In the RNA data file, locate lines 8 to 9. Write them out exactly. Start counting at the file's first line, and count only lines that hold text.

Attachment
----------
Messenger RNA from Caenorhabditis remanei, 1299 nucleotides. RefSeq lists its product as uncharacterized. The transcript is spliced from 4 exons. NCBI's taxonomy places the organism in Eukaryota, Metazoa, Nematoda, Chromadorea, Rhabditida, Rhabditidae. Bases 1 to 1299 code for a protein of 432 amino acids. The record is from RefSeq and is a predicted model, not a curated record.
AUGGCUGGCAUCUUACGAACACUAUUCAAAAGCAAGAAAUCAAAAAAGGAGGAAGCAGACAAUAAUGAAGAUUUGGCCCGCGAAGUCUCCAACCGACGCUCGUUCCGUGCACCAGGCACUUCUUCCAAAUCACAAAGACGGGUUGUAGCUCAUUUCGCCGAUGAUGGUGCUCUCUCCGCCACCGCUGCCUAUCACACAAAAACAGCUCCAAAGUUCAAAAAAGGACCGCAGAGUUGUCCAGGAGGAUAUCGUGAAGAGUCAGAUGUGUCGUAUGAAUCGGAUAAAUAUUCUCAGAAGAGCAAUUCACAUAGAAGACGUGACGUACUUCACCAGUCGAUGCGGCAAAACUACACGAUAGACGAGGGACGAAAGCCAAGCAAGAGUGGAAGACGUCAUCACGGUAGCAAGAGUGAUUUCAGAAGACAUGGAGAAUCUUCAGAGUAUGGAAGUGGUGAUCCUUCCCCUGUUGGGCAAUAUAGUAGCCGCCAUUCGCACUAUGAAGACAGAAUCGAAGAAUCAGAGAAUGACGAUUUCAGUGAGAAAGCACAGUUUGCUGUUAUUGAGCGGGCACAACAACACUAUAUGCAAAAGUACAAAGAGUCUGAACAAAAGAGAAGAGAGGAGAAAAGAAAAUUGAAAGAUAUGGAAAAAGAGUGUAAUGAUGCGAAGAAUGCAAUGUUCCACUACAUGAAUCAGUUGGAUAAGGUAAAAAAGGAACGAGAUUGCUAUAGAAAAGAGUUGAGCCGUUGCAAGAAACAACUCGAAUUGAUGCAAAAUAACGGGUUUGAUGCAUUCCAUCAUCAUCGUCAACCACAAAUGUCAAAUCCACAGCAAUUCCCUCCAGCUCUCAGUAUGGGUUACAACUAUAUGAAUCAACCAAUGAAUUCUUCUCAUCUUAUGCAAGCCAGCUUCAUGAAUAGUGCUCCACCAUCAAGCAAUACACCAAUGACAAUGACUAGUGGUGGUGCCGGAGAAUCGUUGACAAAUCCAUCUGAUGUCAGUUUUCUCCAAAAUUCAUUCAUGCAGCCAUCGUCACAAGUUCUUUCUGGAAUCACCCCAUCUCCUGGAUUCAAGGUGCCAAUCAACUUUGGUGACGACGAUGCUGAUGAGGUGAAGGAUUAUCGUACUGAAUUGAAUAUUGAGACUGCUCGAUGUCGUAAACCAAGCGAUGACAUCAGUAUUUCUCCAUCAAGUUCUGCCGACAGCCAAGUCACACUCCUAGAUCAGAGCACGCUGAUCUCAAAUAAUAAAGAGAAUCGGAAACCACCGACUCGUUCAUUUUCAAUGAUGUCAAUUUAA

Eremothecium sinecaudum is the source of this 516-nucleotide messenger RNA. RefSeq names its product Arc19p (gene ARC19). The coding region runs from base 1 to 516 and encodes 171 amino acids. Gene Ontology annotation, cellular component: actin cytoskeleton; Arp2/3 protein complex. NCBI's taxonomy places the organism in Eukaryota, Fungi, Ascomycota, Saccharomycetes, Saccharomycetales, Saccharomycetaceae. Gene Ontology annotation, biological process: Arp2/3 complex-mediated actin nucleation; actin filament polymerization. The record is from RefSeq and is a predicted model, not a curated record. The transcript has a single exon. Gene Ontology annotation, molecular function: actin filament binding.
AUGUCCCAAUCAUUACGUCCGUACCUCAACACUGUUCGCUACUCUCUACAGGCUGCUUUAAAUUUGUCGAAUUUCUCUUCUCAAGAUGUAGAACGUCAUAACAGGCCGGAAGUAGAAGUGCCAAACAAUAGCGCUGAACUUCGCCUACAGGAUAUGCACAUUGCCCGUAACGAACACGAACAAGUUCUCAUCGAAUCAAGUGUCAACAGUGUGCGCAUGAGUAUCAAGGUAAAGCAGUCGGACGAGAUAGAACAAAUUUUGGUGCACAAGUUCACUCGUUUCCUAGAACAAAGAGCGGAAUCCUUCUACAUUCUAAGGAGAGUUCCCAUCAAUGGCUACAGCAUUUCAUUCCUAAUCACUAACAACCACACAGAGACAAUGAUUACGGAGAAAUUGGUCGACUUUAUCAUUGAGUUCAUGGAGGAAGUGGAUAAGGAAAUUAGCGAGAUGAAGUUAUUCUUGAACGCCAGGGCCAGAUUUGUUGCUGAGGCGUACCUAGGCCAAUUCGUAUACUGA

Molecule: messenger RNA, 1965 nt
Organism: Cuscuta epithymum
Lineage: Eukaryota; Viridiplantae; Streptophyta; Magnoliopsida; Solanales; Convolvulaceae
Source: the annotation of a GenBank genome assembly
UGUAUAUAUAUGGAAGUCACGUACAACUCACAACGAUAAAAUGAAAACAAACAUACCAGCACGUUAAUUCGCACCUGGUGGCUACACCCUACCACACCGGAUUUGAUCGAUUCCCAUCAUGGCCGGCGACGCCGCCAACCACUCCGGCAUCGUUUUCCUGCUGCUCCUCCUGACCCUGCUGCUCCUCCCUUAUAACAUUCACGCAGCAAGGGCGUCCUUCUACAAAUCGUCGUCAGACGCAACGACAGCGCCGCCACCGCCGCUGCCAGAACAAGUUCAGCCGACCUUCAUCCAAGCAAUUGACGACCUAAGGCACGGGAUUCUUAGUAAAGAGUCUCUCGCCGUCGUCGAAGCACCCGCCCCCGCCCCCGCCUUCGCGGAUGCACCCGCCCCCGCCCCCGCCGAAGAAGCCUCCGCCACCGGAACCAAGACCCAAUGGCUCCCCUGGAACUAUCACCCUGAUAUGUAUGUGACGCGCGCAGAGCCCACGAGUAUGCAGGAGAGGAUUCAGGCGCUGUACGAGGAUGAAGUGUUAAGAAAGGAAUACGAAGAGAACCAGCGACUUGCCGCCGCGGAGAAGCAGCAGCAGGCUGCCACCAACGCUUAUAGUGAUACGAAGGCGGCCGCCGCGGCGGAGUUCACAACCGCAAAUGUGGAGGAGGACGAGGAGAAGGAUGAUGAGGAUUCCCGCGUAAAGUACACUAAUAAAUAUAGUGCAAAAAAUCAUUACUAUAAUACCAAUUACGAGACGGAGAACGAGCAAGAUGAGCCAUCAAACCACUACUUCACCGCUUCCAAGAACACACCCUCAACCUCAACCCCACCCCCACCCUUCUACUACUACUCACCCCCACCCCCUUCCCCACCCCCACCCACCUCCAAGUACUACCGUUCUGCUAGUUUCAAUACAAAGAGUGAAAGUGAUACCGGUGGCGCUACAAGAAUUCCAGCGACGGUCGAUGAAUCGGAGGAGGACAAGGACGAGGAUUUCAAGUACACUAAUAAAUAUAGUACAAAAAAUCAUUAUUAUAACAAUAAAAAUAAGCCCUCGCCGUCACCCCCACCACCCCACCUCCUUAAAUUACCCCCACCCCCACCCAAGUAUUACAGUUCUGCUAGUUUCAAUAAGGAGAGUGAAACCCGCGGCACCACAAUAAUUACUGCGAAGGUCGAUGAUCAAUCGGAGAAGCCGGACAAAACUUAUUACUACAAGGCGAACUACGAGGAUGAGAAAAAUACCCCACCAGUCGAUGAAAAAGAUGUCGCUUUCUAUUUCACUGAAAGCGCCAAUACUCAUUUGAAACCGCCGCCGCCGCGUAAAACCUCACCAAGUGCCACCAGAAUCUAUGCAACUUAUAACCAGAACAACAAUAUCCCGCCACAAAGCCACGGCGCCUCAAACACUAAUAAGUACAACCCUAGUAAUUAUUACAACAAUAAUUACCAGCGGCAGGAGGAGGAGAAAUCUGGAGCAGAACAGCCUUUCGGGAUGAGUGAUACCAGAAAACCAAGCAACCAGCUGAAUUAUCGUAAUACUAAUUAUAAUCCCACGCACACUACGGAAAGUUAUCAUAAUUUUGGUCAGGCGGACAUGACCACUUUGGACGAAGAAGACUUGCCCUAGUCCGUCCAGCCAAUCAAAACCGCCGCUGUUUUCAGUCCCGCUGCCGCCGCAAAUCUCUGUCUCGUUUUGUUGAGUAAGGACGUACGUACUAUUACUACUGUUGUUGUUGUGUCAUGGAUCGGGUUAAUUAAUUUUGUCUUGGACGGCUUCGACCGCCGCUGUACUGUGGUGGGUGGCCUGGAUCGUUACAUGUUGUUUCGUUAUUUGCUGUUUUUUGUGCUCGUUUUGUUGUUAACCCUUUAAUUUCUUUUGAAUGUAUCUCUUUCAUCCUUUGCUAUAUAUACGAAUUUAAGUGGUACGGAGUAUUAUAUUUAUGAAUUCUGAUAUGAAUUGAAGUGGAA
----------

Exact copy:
Source: the annotation of a GenBank genome assembly
UGUAUAUAUAUGGAAGUCACGUACAACUCACAACGAUAAAAUGAAAACAAACAUACCAGCACGUUAAUUCGCACCUGGUGGCUACACCCUACCACACCGGAUUUGAUCGAUUCCCAUCAUGGCCGGCGACGCCGCCAACCACUCCGGCAUCGUUUUCCUGCUGCUCCUCCUGACCCUGCUGCUCCUCCCUUAUAACAUUCACGCAGCAAGGGCGUCCUUCUACAAAUCGUCGUCAGACGCAACGACAGCGCCGCCACCGCCGCUGCCAGAACAAGUUCAGCCGACCUUCAUCCAAGCAAUUGACGACCUAAGGCACGGGAUUCUUAGUAAAGAGUCUCUCGCCGUCGUCGAAGCACCCGCCCCCGCCCCCGCCUUCGCGGAUGCACCCGCCCCCGCCCCCGCCGAAGAAGCCUCCGCCACCGGAACCAAGACCCAAUGGCUCCCCUGGAACUAUCACCCUGAUAUGUAUGUGACGCGCGCAGAGCCCACGAGUAUGCAGGAGAGGAUUCAGGCGCUGUACGAGGAUGAAGUGUUAAGAAAGGAAUACGAAGAGAACCAGCGACUUGCCGCCGCGGAGAAGCAGCAGCAGGCUGCCACCAACGCUUAUAGUGAUACGAAGGCGGCCGCCGCGGCGGAGUUCACAACCGCAAAUGUGGAGGAGGACGAGGAGAAGGAUGAUGAGGAUUCCCGCGUAAAGUACACUAAUAAAUAUAGUGCAAAAAAUCAUUACUAUAAUACCAAUUACGAGACGGAGAACGAGCAAGAUGAGCCAUCAAACCACUACUUCACCGCUUCCAAGAACACACCCUCAACCUCAACCCCACCCCCACCCUUCUACUACUACUCACCCCCACCCCCUUCCCCACCCCCACCCACCUCCAAGUACUACCGUUCUGCUAGUUUCAAUACAAAGAGUGAAAGUGAUACCGGUGGCGCUACAAGAAUUCCAGCGACGGUCGAUGAAUCGGAGGAGGACAAGGACGAGGAUUUCAAGUACACUAAUAAAUAUAGUACAAAAAAUCAUUAUUAUAACAAUAAAAAUAAGCCCUCGCCGUCACCCCCACCACCCCACCUCCUUAAAUUACCCCCACCCCCACCCAAGUAUUACAGUUCUGCUAGUUUCAAUAAGGAGAGUGAAACCCGCGGCACCACAAUAAUUACUGCGAAGGUCGAUGAUCAAUCGGAGAAGCCGGACAAAACUUAUUACUACAAGGCGAACUACGAGGAUGAGAAAAAUACCCCACCAGUCGAUGAAAAAGAUGUCGCUUUCUAUUUCACUGAAAGCGCCAAUACUCAUUUGAAACCGCCGCCGCCGCGUAAAACCUCACCAAGUGCCACCAGAAUCUAUGCAACUUAUAACCAGAACAACAAUAUCCCGCCACAAAGCCACGGCGCCUCAAACACUAAUAAGUACAACCCUAGUAAUUAUUACAACAAUAAUUACCAGCGGCAGGAGGAGGAGAAAUCUGGAGCAGAACAGCCUUUCGGGAUGAGUGAUACCAGAAAACCAAGCAACCAGCUGAAUUAUCGUAAUACUAAUUAUAAUCCCACGCACACUACGGAAAGUUAUCAUAAUUUUGGUCAGGCGGACAUGACCACUUUGGACGAAGAAGACUUGCCCUAGUCCGUCCAGCCAAUCAAAACCGCCGCUGUUUUCAGUCCCGCUGCCGCCGCAAAUCUCUGUCUCGUUUUGUUGAGUAAGGACGUACGUACUAUUACUACUGUUGUUGUUGUGUCAUGGAUCGGGUUAAUUAAUUUUGUCUUGGACGGCUUCGACCGCCGCUGUACUGUGGUGGGUGGCCUGGAUCGUUACAUGUUGUUUCGUUAUUUGCUGUUUUUUGUGCUCGUUUUGUUGUUAACCCUUUAAUUUCUUUUGAAUGUAUCUCUUUCAUCCUUUGCUAUAUAUACGAAUUUAAGUGGUACGGAGUAUUAUAUUUAUGAAUUCUGAUAUGAAUUGAAGUGGAA